Photo credit: @julesdwit.
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Wendy Goodman, New York Magazine's design editor and Justin Davidson, architecture critic for New York Magazine, look for ideas for New York City in other world cities.
Well intentioned architects certainly have a checkered track record of solving social problems. This legacy of failure is in part to blame for current practices which consider buildings as disposable commodities, public space as an afterthought, and the idea of building for posterity laughable. To reverse these lamentable trends we see everywhere deteriorating our built environment, designers mustn't relent from our efforts at true positive impact in social life, promoting community interaction, and celebrating public space. In short; designing for people is central in the effort to promote the virtues of good design.
In NYC we have a lack of alleys for the collection of garbage. Instead we have tri-weekly mounds of garbage outside apartment buildings. These are painfully ugly and can't help our rat problem. It would be great if the city could have a contest for artists to create large portable, flexible containers for the filled garbage bags. Buildings would use these containers to put the unsightly mounds of black bags in. They would put them out on garbage collection days and take them in the next day. It could be a city-wide WPA project trough the Department of Cultural Affairs to design and then build these containers. Then the department of Sanitation could help distribute to apartment buildings around the city. This would help remove a persistent eye-sore, spread art and create jobs.
Sydney Australia has built an entire city one level below street level to combat urban sprawl.
Calling the housing projects anything but a failure is insane. They have succeeded only in marginalizing and isolating people based on race and class.
Robert Moses, Racist Housing!!!! No Blacks.....
Not to mention people displaced by roads
Thank you very much
robert moses is a great example of someone who orchestrated "urban destruction". he should have been taken out and shot.
our geography, tax structure, character and heritage pressures all development upward, and to disregard human scale. add to that the non-fluid grid street structure and you've got a pretty ugly and uncomfortable city. pleasant places to be? west village, tribeca, harlem, brooklyn, etc.
Architects solving social problemsbrought us the "bricks" that destroyed Newark NJ and similar projects in cities across the country.
Any progress on outdoor public restrooms?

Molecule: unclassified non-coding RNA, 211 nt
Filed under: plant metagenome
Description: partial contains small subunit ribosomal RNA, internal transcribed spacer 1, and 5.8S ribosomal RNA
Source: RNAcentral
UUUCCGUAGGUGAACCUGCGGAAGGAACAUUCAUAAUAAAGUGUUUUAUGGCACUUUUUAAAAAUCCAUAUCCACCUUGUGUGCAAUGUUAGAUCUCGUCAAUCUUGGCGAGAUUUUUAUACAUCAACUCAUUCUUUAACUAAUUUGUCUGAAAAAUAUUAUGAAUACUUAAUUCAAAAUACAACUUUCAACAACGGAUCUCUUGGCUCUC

Why *shift* from sustainable to affordable design? Why not integrate the two?
Density is fine, but - for instance - if Queens is going to get significantly denser, it will need to build a lot more transit. Vast stretches of Queens lack rapid transit. (Compare subway maps of Queens and Brooklyn). Also with that density it will be important to move cultural facilities out to where the people live in order to make those places more livable.
Look into the Urban Tulou building by the Shenzhen based firm Urbanus.
High density public housing based on a century old historic form. What's novel about it is the reinvestment of focused social space into public housing.
The Tulou is a traditional donut shaped structure where all units have inward facing doors, making the central space circulation/connection/activity space.
It helps return the notion of real human amenities to government sponsored housing. A first for China, and a model of thinking for us, possibly.
I'd much rather we imitate Copenhagen than Hong Kong for quality of life issues, no offense.
we should have light tubes to bring sunlight to the subway, saving electricity, and adding life. We should also build plexiglas walls on the platforms to separate the tunnels, which are hot, noisy, dirty, and dangerous, from the platforms. We can then have bi-parting plexi doors to line up with each train. No one would fall on the tracks again, the platforms would be far cooler and tolerable in summer, and it would probably make the city a less angry, combustible place all around. I've seen similar things for buses in latin america
Don't know if this qualifies -- but I was struck by the fact that pedestrian crossings at main intersections that are set into the block a few yards. This allows at least one or two turning traffic to get out of the way of the intersection so traffic does not back up so much.
One of the things designers know that we need to expand on is that design needs to be executed, not just "wish fulfilled", as if by the justice of the cause directly.
I'm so sick of "movement" advocates for both social, environmental and economic justice having no interest whatever in the building process required to take a concrete plan and the needed materials to be assembled by a series of talented engineers with complementary skills from "napkin sketch" to "lasting new world".
Where in the world did our culture so completely lose track of the notion that there's a whole complex construction process between concept and fulfillment, no matter what kind of change one is seeking. Is it our culture of instant gratification (?) causing us to become so detached from the reality of living in a "do it yourself world", and the workings of things that make things work??
"Occupy Wall Street" is a poster child for it, of course, overlooking that the world financial train wreck comes from expert systems arranged for our own self-interests. That our true self interest is somehow hopelessly misunderstood is being overlooked entirely.
THAT's a construction problem, not a wish fulfillment problem, really. Same with building sustainable societies, you can't do it by continuing to expand their scale, or know if you are or not without a way to measure.
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